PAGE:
judge-with-gavel1I should have known better. I have been in the business of managing and leading others in one capacity or another, as a General Manager, College Professor and Management Consultant, for over forty years. In spite of all those years of experience, I committed the number one cardinal sin. I jumped to a conclusion before I had all the facts.  And worse yet, I posted my comment on LinkedIn. The person, who I  offended shall remain nameless, but T.M. knows who he is.  He may not realize it – but the fact that he called me out – reminded me of a valuable lesson that I had obviously forgotten. It’s time for me to step up and do the walk instead of just doing the talk.

Before I act, either verbally or in writing, I am going to step back, take a deep breath and follow these 3 simple rules.

Rule Number One: I am going to assume nothing. I am going to put my brain into gear before I engage my mouth. How often have you said something that you later regretted? How often have you said something that you wish you could take back?

Rule Number Two: I am going to do some research. I am going to take the time to collect all the facts before I act or speak. How often have you made a decision, only to find out it wasn’t the right one because if you knew then, what you know now, you wouldn’t have done it in the first place? How many times has it come around to bite you?

Rule Number Three: I am going to ask myself, how would I feel if someone posted something about me that wasn’t true? Someone who I’ve never met. Someone who didn’t take the time to find out more about me, and what my motives were?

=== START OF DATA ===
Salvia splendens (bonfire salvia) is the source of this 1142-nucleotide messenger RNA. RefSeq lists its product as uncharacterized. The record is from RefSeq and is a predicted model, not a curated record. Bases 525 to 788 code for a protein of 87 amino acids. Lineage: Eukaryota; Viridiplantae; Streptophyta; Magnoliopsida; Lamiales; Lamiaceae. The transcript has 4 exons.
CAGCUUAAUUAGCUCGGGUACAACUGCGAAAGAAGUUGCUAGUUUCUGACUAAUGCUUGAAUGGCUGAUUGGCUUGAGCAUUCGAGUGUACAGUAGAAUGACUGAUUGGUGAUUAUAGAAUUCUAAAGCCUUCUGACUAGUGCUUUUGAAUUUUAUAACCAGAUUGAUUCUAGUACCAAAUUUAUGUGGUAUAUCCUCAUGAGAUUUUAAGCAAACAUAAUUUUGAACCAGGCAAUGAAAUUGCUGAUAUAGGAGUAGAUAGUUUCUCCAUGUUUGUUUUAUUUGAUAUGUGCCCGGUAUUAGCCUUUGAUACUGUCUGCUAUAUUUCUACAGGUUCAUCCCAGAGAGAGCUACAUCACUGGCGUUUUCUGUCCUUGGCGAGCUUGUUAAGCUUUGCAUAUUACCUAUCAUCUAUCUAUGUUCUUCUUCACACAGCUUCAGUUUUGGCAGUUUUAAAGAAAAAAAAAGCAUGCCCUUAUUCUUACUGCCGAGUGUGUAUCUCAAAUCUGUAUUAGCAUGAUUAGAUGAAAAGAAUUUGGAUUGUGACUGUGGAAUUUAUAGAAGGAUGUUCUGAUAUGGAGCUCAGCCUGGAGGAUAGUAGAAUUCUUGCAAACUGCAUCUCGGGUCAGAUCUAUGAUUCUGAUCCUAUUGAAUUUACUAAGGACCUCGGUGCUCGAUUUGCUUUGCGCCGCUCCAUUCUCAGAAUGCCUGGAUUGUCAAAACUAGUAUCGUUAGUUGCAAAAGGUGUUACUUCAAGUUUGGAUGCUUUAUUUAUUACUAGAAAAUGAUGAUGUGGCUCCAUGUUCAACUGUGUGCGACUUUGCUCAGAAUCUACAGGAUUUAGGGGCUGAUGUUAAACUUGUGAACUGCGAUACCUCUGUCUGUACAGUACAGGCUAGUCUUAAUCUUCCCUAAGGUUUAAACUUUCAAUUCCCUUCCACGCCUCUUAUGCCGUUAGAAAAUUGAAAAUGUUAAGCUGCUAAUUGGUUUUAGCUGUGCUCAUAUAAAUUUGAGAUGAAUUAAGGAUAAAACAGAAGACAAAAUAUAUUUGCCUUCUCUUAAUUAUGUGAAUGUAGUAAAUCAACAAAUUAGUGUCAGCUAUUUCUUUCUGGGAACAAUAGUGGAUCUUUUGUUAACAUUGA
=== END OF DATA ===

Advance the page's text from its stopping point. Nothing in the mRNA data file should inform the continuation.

Leaders will make mistakes. All leaders do, and when they do they should own it, apologize for it, learn from it and don’t repeat it. That’s what separates the not-so-good ones from the great ones.  What kind of leader do you want to be?  You get to make a choice, so choose wisely. Others are watching and deciding who they want to follow. If no one is following you, you aren’t leading.

Copyright (c) 2017. Brian Smith – PLD. Not to be reproduced without permission. Are you looking for a Professional Speaker or Seminar Leader who can deliver a session on a variety of soft-skills topics? Contact Brian today brian@briansmithpld.com – Visit https://briansmithpld.com to find out what Brian can do for you.

Has The Pendulum Swung Too Far?

Choices

Has political correctness gone amuck? James Damore was fired by Google for posting a memo he’d written. Right or wrong, it was his opinion. Just because you don’t agree with it, does it make it a fireable offence? The courts will decide if his dismissal was for just cause. What are we teaching our young people if everyone makes the team – everyone plays the same amount of minutes regardless of skill level? Where’s the incentive to improve? Are we teaching transferable life skills if everyone gets a trophy for just showing up? Is it fair that everyone gets the same bonus, regardless of his or her contribution to the project?

Should we be lowering physical standards so women can perform the same task side by side with men?  When the building is on fire I want someone who is physically capable of carrying me down four flights of stairs. If a woman can do it – have at it. Trust me – I won’t complain. The truth of the matter is there are some tasks that only men can perform, just as there are some tasks that only women can perform. Mind you there aren’t many that men can do that woman can’t.  If someone is physically and mentally capable of performing a task, gender is a non-issue.

I remember singing the National Anthem and reciting the Lords Prayer in school. It didn’t seem to do me any harm. Why are we afraid of hurting someone’s feelings if we call it a Christmas tree and wish people Merry Christmas?  We may not agree with the message but surely we can agree that everyone has a right to freedom of expression – as long as it doesn’t take away those same rights for someone else and it’s done in a lawful and respectful way without causing physical harm to people or damaging property. Everyone has a right to be protected under the law regardless of race, gender, religious beliefs or message.